Tennessee’s Urban Forests Valued In The Billions
Tennessee’s urban forests, currently valued at about $80 billion, also provide almost $650 million in benefits such as carbon storage, pollution removal, and energy reduction according to a new U.S. Forest Service report.
The authors of Urban Forests of Tennessee, 2009 found there are 284 million trees in urban areas in the state, with canopies covering 33.7 percent of 1.6 million acres of urban area. Those urban forests provide an estimated $204 million per year in pollution removal and $66 million per year in energy savings. The study is the first of its kind in Tennessee.
“This report, for the first time, puts a face on the urban forest resource and what it means to the state in terms of economic and environmental value,” said Steven Scott, Tennessee State Forester and head of the Tennessee Division of Forestry, which collected the data for the report. “Perhaps the most significant finding is the immediate impact of urban trees on the use of energy, the savings we get as a result of shade near homes, businesses and industrial areas.”
David Nowak, Northern Research Station project leader and research forester, led the pilot study, which sampled trees in all the state’s urban area and analyzed their value using a model developed by the Forest Service.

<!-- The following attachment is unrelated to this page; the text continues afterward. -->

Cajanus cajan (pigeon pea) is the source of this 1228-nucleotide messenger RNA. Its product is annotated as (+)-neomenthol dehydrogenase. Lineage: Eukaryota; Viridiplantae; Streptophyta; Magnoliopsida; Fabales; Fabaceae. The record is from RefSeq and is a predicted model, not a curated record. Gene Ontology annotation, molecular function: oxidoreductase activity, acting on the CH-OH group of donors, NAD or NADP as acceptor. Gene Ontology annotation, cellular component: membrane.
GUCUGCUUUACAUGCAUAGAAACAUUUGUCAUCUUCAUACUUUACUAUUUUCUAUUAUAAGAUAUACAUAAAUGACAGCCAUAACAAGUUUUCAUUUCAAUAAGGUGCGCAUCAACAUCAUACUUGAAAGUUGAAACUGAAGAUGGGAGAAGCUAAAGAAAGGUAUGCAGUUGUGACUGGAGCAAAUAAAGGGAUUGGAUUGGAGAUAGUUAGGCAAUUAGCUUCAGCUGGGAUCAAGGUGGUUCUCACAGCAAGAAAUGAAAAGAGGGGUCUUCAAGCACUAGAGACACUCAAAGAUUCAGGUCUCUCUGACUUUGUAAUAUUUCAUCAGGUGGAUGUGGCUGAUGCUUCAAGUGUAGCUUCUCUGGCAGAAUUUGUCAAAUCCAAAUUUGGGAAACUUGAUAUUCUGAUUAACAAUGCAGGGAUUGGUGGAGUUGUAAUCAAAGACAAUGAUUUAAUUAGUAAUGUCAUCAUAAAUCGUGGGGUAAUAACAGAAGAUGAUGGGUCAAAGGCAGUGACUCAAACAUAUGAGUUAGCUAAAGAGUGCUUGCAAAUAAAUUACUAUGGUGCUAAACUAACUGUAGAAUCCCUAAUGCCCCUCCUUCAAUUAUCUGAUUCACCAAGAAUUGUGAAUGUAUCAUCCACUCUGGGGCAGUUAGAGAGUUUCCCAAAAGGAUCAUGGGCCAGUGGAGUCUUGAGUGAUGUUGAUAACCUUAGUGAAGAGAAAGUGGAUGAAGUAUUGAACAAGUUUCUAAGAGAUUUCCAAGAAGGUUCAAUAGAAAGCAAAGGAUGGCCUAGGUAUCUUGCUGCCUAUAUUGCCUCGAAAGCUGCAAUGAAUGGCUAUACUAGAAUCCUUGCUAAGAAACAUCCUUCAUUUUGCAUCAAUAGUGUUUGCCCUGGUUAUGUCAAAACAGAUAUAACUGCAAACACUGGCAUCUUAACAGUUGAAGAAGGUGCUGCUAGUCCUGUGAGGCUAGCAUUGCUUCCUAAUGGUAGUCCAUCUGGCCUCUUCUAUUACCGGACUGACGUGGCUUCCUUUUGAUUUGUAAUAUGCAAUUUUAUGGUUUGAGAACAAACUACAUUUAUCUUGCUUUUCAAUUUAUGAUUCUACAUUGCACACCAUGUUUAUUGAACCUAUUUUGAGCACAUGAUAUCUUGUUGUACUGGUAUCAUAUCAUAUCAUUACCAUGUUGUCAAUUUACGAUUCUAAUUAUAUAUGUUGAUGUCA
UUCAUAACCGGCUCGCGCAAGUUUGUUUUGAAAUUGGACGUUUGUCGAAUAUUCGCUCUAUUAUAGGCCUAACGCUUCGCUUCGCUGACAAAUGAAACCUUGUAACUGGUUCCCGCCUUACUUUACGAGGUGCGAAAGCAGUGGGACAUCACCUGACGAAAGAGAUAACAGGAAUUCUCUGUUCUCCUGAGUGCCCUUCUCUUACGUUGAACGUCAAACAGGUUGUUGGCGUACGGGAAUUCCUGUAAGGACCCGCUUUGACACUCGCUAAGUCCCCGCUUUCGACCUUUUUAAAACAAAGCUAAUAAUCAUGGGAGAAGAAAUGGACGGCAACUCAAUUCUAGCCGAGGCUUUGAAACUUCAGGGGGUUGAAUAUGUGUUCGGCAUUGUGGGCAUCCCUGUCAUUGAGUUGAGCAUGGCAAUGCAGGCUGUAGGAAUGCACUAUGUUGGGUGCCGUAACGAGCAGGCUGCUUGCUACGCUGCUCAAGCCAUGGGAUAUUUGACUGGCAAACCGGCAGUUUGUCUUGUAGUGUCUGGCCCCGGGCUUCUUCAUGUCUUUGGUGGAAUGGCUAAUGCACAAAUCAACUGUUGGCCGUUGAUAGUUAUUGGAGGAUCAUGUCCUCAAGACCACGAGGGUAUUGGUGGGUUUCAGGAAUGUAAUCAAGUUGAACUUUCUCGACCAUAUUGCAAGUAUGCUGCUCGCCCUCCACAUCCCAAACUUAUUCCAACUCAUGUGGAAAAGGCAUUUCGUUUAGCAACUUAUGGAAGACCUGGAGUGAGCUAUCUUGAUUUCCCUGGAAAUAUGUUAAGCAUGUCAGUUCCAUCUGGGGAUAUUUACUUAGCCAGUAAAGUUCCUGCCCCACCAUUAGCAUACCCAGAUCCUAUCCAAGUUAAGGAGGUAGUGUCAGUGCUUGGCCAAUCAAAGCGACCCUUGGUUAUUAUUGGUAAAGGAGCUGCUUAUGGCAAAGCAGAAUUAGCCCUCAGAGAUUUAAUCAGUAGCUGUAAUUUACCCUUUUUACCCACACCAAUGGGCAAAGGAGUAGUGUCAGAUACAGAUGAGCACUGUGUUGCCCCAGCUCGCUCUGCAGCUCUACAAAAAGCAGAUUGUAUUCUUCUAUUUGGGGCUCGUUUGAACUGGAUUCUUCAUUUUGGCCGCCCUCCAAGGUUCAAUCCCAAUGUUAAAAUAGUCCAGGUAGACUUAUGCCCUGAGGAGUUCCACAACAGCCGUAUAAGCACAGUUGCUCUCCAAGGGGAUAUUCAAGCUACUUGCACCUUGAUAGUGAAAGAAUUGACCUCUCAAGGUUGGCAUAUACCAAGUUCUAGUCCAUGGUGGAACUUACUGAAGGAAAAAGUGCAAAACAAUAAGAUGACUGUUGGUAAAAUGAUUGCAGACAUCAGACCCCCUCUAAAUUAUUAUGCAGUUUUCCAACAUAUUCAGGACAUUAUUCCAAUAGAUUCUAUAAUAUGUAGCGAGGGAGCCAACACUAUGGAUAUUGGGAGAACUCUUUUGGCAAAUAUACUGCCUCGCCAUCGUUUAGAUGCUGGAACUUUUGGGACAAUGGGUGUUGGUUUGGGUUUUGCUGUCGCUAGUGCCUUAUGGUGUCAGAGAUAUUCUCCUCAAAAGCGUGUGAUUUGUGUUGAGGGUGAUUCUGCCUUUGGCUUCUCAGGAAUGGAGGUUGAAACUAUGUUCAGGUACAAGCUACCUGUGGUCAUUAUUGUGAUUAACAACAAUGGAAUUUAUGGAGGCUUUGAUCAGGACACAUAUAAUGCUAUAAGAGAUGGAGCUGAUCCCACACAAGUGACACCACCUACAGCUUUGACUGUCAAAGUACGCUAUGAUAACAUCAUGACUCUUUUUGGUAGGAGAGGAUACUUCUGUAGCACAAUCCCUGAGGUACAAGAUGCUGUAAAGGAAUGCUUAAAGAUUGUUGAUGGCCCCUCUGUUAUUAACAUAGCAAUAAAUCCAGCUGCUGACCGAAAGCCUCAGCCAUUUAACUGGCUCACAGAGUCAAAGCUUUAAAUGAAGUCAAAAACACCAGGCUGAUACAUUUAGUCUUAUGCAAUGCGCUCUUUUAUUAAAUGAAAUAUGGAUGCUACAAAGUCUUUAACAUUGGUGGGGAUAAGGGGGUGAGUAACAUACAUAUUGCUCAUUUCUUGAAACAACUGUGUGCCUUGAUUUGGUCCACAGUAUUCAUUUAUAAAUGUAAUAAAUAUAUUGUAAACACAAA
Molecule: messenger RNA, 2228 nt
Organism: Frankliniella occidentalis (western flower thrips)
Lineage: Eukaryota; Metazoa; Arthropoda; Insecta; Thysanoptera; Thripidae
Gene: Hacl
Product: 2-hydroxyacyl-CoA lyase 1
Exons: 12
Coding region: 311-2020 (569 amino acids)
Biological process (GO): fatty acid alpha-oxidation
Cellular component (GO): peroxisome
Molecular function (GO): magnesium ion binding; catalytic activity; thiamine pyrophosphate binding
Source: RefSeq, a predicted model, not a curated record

“Urban forests make our cities healthier, more vibrant places to live,” said Nowak. “They provide healthy outdoor spaces for our kids, they clean our air and water, and — as this study shows — they provide tremendous economic benefits. We must continue our work to protect these critical natural resources.”
There are more than 100 million acres of urban forest across the U.S., but a recent study shows that many are in decline.
The Tennessee report includes an extensive assessment of urban forest health, providing information about present damage and potential risks. In addition to nonnative invasive plants, Tennessee urban forests face risks from exotic pests that include the recently discovered thousand cankers disease, which impacts black walnut; hemlock woolly adelgid, which kills eastern and Carolina hemlocks; the Asian longhorned beetle, which kills a wide range of hardwood species; and the emerald ash borer, which decimates ash trees. This last insect was recently documented in East Tennessee.
The Forest Service Inventory and Analysis and Community Forestry Programs partnered with Tennessee Division of Forestry and researchers from the Forest Service Northern Research Station and SRS on the project.
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